James: 'No song is brought into the world 20 years old and huge, they're brought into the world as a nonentity'

James: 'We're still looking for a decent tune!'

Ahead of their Summer Sessions gig in Edinburgh, Saul Davies and Jim Glennie talk about being fifteen albums in and still creating extraordinary alternative pop-rock

It's March 2019 and James are playing Edinburgh's Usher Hall, with one difference from their usual set – a local choir are going to be performing alongside them in the venue's organ gallery, and extra rehearsal and soundcheck is necessary. As a result, our interview will have to be shorter than intended, because the choir are starting to set up downstairs.

'It's Brian Eno's daughter who's in it, she lives here,' says the band's multi-instrumentalist Saul Davies in pretend indignation. 'He suggested, "since you're in Edinburgh why don't you get them along?" Sixteen hours later, here we are!' Alongside him in the nondescript and disused room chosen for our interview is bass guitarist Jim Glennie. 'It's been chaos, but it'll be amazing,' he says cheerfully. Fifteen albums and the best part of four decades into their career, James are the level of band who get Brian Eno calling them up asking for favours.

Both members of James since the 1980s (Glennie and singer Tim Booth are the only remaining founder members, having been in the band since 1982), the pair share the same intuitive sense of humour, but they couldn't be a greater contrast; Glennie softly spoken and polite, like a mindful English teacher, and Davies animated and full of opinions. When we spoke, Brexit was meant to be only days from happening, and the latter's fury at the whole situation – his son is European – is approaching incandescence.

James are unusual in that they aren't just a band from their era who are still together and heading out on the road, but they're one which continues to prolifically write and record material which searches for new sounds and new things to say. 'It's because we don't have any good early material,' says Davies, in what might be called the James deadpan. 'We're still looking for a decent tune!'

Last year's 15th album was named Living in Extraordinary Times, and the title told the story of what it was about. 'Tim lives in the States, so he's well-versed in all the Trump stuff,' says Glennie. 'He didn't want the album to be about Trump, there are two songs that are specifically, but the rest he consciously tried to stop himself – he said, "the man doesn't deserve to have an album dedicated to him!"'

'There are three of us who do the music,' says Davies. 'We jam together in a room with Tim's words and melodies, and flesh them out into the beginnings of songs, and I find that good lyrics are always open to interpretation, even if it seems obvious what they're about. I like the fact you can put different interpretations on them, that even in the band there are different ideas of what they're about.'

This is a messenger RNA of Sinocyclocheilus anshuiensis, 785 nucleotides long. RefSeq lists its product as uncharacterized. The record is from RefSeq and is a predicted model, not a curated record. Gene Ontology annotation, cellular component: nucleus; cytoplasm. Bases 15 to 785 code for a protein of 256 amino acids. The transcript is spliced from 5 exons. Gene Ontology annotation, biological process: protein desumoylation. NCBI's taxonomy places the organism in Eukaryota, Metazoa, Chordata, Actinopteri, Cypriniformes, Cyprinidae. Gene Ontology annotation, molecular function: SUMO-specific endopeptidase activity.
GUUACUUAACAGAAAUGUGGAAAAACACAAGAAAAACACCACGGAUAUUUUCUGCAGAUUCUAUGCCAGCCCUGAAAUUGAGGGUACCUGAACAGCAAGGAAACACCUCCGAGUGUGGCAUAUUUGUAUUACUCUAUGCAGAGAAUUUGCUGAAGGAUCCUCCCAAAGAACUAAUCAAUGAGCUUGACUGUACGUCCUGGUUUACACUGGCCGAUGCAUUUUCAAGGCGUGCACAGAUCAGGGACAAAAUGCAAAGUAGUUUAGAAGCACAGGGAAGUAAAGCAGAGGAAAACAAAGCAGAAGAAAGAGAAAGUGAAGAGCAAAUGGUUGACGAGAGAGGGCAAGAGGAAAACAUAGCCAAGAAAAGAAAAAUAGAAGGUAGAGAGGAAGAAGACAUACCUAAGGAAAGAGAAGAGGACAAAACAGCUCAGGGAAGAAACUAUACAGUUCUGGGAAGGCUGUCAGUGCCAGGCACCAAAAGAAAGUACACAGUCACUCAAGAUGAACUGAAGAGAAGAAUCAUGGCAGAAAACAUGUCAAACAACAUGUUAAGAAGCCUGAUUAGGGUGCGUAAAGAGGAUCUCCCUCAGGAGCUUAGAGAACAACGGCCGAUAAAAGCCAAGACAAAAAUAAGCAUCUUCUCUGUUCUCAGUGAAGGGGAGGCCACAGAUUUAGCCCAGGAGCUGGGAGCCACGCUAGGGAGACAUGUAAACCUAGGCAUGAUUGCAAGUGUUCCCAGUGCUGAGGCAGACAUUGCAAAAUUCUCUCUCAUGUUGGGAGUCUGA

Unlike Booth, both Glennie and Davies have chosen to make the Scottish Highlands their home, the former near Ullapool and the latter near Gairloch; they say childhood holidays were an inspiration, although Davies was partly brought up in Scotland.

'The Highlands might be nice if you visit from Italy or do a fly-drive from London, but life is pretty hard there,' says Davies. 'The economy isn't great, the weather is worse, but we're part of a movement who have come to the Highlands and even in our mid-50s brought new energy. The Highlands have historically been an amazing melting pot of people, but pretty viciously depopulated over generations. Maybe that trend is starting to reverse – people think, what an amazing place to bring up your kids.'

With the obvious geographical differences, then, what keeps the band working so hard on new material when they could rely on old hits? 'We're not just a pop act any more,' says Davies, simply. 'I like the way a novelist or painter creates work without constantly referencing the past. Pop music is the only artwork which seems tied to the past by a thing called a "hit", but I love bands like Sigur Rós or Mogwai, who just come out with the latest thing they've done because that's what they do.'

'Songs aren't born well-known,' says Glennie, comparing their new music to hits like 'Sit Down', 'Laid', 'Come Home' and 'Sometimes'. 'Imagine Simon and Garfunkel played "Bridge Over Troubled Water" for the first time and you said, "fuck this, I'm off to the bar" and missed it. No song is brought into the world 20 years old and huge, they're brought into the world as a nonentity.'

James play Summer Sessions, Princes Street Gardens, 15 Aug, 6pm, £53–£94.

Edinburgh Summer Sessions

Annual concert series taking place in the shadow of Edinburgh Castle at the Princes Garden's Ross Bandstand. 2019 line-up includes Florence + The Machine, Primal Scream and Johnny Marr, CHVRCHES and James.

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